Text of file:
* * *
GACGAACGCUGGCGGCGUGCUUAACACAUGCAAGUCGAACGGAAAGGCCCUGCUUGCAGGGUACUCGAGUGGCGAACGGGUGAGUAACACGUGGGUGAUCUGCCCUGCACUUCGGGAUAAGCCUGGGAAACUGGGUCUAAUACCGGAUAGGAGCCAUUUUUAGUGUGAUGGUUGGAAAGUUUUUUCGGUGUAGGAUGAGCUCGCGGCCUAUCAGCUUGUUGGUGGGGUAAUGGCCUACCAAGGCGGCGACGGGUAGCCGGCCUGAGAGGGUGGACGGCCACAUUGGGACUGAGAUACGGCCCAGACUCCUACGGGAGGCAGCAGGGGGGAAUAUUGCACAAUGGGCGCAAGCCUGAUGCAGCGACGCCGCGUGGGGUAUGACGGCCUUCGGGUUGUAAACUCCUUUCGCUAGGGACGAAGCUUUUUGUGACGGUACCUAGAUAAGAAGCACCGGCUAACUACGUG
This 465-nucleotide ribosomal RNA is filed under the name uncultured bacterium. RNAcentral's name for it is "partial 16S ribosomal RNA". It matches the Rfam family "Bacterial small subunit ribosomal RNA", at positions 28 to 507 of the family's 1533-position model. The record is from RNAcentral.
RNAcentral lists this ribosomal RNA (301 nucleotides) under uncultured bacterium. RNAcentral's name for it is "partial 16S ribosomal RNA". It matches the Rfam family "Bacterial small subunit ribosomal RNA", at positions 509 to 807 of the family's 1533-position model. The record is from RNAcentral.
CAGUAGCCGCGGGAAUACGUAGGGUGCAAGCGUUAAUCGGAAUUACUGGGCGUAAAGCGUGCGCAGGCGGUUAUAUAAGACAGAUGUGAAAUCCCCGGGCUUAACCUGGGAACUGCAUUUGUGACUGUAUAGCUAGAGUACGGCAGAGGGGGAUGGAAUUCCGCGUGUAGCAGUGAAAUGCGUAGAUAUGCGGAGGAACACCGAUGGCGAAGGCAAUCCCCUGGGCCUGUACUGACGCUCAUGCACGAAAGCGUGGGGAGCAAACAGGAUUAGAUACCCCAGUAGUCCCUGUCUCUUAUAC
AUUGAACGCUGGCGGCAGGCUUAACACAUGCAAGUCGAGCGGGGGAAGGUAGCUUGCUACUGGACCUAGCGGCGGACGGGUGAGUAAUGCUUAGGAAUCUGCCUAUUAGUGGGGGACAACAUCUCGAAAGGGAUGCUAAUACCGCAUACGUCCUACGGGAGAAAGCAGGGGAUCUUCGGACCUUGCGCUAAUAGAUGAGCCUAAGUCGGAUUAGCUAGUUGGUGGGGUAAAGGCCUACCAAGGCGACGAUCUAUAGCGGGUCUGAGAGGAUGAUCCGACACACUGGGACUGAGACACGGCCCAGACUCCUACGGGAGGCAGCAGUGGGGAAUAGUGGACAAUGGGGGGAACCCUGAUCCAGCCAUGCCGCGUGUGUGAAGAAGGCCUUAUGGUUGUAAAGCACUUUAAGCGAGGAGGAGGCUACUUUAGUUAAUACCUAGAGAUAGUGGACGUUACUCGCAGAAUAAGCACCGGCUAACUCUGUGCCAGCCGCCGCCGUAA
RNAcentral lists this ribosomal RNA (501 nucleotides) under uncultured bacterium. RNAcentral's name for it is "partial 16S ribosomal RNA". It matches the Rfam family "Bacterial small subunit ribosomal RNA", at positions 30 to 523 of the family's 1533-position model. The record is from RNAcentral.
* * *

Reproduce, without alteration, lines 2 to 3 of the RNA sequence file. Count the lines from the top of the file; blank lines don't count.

This 465-nucleotide ribosomal RNA is filed under the name uncultured bacterium. RNAcentral's name for it is "partial 16S ribosomal RNA". It matches the Rfam family "Bacterial small subunit ribosomal RNA", at positions 28 to 507 of the family's 1533-position model. The record is from RNAcentral.
RNAcentral lists this ribosomal RNA (301 nucleotides) under uncultured bacterium. RNAcentral's name for it is "partial 16S ribosomal RNA". It matches the Rfam family "Bacterial small subunit ribosomal RNA", at positions 509 to 807 of the family's 1533-position model. The record is from RNAcentral.